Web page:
In the New Testament the Spirit is seen at the baptism of Jesus but symbolised by a dove with its pale cream feathers and quiet soothing call. Then it is the Spirit who, we are told, drives Jesus into the wilderness to be tempted by Satan. St. Mark has “drives” but St. Matthew and St. Luke have Jesus being led by the Spirit. Perhaps they found the Markan “drives” a bit too aggressive. In St. John’s gospel John the Baptist speaks of Jesus, testifying that the Spirit came down like a dove and came to rest on Jesus.

Certainly the power of the Spirit is conveyed in the Acts of the Apostles passage we heard as our first lesson, but St. Luke writes of a sound like a strong wind and tongues as of fire so we are not given images of a destructive gale or a raging fire out of control but of the sound of the wind and fiery tongues which looked like flames. It is not possible certainly for God’s Holy Spirit to be within our control but the Spirit’s power is always controlled and never destructive.

We live in a noisy world – TV, radio, mobile phones, the sound of traffic and planes – all press upon us. Our churches often have thick walls which helpfully cut down the outside noise so this is a place of quiet. For we need calm and quiet, reflection and peace for us to hear what the Spirit of God is saying to us. We believe that Christ died for each human being and that therefore each person is uniquely valuable. The resurrection produces change and transformation in a person, but, we believe, still preserves that person’s individuality. In him we live and move and have our being, so St. Paul tells us.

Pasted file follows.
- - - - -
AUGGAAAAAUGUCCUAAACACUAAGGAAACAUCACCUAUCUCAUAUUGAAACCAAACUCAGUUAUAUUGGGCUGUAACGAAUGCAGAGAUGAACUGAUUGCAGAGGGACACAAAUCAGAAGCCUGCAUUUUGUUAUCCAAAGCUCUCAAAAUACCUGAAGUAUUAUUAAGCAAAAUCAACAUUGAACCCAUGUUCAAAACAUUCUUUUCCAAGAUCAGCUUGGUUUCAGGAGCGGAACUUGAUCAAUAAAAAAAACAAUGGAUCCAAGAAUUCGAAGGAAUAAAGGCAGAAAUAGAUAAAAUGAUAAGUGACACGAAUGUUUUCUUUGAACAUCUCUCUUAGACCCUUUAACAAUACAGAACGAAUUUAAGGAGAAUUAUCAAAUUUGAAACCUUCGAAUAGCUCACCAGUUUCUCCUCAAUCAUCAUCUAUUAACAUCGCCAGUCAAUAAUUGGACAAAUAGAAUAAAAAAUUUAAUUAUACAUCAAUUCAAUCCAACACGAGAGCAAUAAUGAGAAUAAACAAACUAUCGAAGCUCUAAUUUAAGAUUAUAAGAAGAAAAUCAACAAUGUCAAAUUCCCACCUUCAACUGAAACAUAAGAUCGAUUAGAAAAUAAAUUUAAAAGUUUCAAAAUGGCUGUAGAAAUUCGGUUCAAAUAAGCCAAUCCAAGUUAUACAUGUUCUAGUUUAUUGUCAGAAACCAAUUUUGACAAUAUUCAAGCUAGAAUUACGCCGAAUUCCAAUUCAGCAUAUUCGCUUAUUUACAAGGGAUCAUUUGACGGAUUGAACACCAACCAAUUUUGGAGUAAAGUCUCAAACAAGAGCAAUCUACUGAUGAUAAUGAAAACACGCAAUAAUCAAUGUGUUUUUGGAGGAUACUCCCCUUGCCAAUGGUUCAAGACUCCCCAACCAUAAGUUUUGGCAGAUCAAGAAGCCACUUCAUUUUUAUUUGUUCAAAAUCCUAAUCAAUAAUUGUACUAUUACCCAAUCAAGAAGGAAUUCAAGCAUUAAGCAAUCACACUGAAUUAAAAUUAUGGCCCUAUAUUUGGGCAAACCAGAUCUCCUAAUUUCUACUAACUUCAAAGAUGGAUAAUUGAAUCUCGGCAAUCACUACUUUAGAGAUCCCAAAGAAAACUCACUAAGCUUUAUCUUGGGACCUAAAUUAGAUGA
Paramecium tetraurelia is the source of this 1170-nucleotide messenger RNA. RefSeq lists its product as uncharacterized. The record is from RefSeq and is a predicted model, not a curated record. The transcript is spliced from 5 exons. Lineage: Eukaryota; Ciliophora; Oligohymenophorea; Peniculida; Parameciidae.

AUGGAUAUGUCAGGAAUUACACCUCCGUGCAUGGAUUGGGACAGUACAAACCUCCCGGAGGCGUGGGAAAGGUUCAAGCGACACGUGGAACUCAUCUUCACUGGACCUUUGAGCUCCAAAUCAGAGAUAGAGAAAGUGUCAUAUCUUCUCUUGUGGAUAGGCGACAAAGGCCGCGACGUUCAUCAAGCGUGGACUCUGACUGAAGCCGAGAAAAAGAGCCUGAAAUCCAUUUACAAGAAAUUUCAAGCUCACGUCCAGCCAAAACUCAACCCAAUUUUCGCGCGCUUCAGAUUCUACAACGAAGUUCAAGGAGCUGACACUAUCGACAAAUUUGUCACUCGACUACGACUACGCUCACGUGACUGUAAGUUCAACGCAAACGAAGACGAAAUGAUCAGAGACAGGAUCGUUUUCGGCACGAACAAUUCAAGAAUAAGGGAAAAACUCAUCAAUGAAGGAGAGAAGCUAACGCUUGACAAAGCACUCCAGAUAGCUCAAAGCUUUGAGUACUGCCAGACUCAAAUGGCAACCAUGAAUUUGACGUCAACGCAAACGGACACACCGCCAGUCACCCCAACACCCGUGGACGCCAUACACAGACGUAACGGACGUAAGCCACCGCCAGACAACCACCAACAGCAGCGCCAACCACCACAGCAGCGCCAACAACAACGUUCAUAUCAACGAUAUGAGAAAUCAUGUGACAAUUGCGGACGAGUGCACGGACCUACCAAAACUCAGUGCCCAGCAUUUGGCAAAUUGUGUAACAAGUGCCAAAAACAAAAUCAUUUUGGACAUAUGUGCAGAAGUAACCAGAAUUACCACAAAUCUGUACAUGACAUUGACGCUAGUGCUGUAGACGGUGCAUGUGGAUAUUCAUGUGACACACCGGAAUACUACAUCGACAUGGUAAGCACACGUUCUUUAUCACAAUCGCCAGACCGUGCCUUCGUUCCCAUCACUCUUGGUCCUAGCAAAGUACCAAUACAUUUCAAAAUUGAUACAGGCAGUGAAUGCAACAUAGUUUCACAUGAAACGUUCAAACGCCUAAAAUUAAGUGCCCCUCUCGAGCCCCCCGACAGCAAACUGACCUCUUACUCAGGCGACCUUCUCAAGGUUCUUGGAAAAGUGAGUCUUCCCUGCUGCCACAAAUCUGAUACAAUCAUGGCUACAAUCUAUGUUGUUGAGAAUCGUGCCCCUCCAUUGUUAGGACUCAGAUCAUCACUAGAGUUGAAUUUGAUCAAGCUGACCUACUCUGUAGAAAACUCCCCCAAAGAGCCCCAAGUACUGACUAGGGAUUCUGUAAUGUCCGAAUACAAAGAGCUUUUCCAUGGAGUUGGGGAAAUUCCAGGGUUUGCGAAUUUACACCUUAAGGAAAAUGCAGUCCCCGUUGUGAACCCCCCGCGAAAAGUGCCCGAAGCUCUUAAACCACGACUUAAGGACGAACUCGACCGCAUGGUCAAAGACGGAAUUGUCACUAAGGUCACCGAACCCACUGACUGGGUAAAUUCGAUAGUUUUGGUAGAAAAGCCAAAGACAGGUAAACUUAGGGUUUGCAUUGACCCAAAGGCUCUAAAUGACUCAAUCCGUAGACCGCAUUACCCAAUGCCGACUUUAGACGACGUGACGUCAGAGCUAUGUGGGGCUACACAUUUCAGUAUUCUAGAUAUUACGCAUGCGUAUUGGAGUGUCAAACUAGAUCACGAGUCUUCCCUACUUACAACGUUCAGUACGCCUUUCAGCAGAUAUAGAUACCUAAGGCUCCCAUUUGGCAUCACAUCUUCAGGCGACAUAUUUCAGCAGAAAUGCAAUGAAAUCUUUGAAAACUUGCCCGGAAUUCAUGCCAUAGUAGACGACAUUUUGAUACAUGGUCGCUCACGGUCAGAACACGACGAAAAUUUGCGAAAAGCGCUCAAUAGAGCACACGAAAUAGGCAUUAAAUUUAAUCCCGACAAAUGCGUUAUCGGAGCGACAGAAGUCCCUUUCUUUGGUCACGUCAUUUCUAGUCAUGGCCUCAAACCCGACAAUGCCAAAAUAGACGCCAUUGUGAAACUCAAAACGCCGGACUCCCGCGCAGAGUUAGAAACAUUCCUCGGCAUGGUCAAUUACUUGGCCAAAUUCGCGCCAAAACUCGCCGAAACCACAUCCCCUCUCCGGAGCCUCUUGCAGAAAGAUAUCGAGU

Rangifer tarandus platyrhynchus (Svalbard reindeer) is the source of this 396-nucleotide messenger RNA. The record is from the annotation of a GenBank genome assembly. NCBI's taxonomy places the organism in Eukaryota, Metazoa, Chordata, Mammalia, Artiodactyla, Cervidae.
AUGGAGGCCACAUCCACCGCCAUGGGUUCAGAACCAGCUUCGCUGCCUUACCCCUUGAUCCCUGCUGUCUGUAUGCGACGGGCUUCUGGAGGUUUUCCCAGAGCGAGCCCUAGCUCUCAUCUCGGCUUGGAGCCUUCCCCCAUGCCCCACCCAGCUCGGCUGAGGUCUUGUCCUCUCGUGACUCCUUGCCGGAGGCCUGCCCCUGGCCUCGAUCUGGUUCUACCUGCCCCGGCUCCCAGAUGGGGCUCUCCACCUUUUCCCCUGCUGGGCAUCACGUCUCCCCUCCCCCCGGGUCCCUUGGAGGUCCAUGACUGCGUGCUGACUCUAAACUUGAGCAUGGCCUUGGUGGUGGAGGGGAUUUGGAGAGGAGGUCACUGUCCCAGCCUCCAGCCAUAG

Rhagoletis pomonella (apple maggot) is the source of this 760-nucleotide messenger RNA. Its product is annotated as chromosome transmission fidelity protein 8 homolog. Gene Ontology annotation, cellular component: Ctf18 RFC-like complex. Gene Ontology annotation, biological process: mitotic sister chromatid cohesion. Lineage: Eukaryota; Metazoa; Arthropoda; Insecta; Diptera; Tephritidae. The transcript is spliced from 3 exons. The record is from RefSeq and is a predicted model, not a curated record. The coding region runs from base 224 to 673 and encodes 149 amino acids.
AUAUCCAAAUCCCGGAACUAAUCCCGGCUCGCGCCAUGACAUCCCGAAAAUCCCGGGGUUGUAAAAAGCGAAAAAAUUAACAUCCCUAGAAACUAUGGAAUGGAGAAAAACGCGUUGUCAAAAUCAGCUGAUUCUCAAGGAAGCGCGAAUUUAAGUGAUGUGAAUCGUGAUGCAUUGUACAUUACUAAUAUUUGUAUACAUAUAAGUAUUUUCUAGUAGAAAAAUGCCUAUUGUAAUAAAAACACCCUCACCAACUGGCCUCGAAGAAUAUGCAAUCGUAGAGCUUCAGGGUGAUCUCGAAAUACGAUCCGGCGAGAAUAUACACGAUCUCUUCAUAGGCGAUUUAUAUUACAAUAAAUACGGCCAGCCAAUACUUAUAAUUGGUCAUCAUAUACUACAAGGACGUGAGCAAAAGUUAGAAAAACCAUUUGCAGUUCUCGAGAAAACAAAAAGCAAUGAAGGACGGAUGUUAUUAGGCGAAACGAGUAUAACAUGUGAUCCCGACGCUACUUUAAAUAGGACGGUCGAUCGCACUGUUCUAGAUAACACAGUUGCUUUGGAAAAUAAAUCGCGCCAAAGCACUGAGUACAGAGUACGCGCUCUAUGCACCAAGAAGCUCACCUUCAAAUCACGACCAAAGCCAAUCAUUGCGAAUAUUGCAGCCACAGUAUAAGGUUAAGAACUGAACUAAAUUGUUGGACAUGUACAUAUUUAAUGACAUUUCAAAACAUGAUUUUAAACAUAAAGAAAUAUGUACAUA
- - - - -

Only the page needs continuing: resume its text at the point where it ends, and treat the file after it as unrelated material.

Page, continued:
But God is also ready to come within us. Just as the tide rises to fill the rock pools and every crack and crevice of the cliffs, so God’s Spirit is ready to fill us with his love.

But we are afraid. We try to keep him out, for the Spirit of God is unpredictable and cannot be controlled by us. What might he not do with us if we let him have free rein. So we build great sea walls of self-confidence and false independence; and this has been a problem down the ages. The prophets attacked the people of the Old Testament for relying on something other than God, whether it was the gods of other nations or the armies of powerful empires. They were unwilling to put their trust in God. In the New Testament the pharisees were attacked by Jesus because they trusted in their own purity of life and they wanted their just reward from God for their good behaviour and despised those who well knew their own frailty.

But still the Spirit of God is there poised to fill us if we will let him, if we will trust him. For our real self is to be found in the depths of the Spirit silently rising within us to fill our whole being.

St. John’s gospel gives us another image for he tells us that Jesus breathed on them and said “receive the Holy Spirit”. This inspired one of our hymns where the 3rd verse combines the idea of Jesus breathing the Holy Spirit into them with the tongues of fire of Pentecost; “Breath on me, Breath of God, Till I am wholly thine; until this earthly part of me glows with the fire divine.”

It is the Spirit who calls, guides, encourages and helps people of faith through the trials that come their way. So we can choose amongst the images that others have found helpful whether the sound of the invisible wind with its continuous pressure, the bright tongues of flame, the still depths of the ocean or the life-giving force of breath imparting the Spirit.

So whether we see the Spirit at work in the prophets who were unpredictable and uncomfortable people, driven by the Spirit, or see him linked through our understanding of the Holy Trinity with the work and mission of Jesus; or perceive his guidance and assurance today, allaying our anxiety, always we will see that

* God does not shout. *